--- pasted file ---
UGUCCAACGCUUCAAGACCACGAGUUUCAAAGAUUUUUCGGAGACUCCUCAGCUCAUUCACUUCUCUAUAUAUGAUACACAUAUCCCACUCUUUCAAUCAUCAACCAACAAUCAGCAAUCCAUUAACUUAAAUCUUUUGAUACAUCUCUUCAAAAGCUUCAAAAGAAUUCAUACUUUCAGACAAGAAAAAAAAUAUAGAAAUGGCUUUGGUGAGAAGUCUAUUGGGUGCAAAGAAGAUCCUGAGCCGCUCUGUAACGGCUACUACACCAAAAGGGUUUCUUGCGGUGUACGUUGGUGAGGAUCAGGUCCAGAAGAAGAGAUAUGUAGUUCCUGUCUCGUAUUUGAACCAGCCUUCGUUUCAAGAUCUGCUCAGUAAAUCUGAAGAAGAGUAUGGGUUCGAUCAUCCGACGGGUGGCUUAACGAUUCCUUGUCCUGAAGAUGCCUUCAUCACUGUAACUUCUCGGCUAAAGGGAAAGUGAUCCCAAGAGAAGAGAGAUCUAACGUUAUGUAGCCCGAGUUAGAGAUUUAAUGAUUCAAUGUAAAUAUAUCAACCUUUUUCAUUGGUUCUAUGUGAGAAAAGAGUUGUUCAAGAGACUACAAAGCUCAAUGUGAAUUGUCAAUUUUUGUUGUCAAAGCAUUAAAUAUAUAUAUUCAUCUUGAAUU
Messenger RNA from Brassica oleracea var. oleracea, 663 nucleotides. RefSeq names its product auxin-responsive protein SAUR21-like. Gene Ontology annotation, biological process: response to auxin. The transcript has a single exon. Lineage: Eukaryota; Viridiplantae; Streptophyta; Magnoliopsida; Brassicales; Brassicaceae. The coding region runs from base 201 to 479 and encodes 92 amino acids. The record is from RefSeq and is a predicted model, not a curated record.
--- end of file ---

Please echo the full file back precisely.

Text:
UGUCCAACGCUUCAAGACCACGAGUUUCAAAGAUUUUUCGGAGACUCCUCAGCUCAUUCACUUCUCUAUAUAUGAUACACAUAUCCCACUCUUUCAAUCAUCAACCAACAAUCAGCAAUCCAUUAACUUAAAUCUUUUGAUACAUCUCUUCAAAAGCUUCAAAAGAAUUCAUACUUUCAGACAAGAAAAAAAAUAUAGAAAUGGCUUUGGUGAGAAGUCUAUUGGGUGCAAAGAAGAUCCUGAGCCGCUCUGUAACGGCUACUACACCAAAAGGGUUUCUUGCGGUGUACGUUGGUGAGGAUCAGGUCCAGAAGAAGAGAUAUGUAGUUCCUGUCUCGUAUUUGAACCAGCCUUCGUUUCAAGAUCUGCUCAGUAAAUCUGAAGAAGAGUAUGGGUUCGAUCAUCCGACGGGUGGCUUAACGAUUCCUUGUCCUGAAGAUGCCUUCAUCACUGUAACUUCUCGGCUAAAGGGAAAGUGAUCCCAAGAGAAGAGAGAUCUAACGUUAUGUAGCCCGAGUUAGAGAUUUAAUGAUUCAAUGUAAAUAUAUCAACCUUUUUCAUUGGUUCUAUGUGAGAAAAGAGUUGUUCAAGAGACUACAAAGCUCAAUGUGAAUUGUCAAUUUUUGUUGUCAAAGCAUUAAAUAUAUAUAUUCAUCUUGAAUU
Messenger RNA from Brassica oleracea var. oleracea, 663 nucleotides. RefSeq names its product auxin-responsive protein SAUR21-like. Gene Ontology annotation, biological process: response to auxin. The transcript has a single exon. Lineage: Eukaryota; Viridiplantae; Streptophyta; Magnoliopsida; Brassicales; Brassicaceae. The coding region runs from base 201 to 479 and encodes 92 amino acids. The record is from RefSeq and is a predicted model, not a curated record.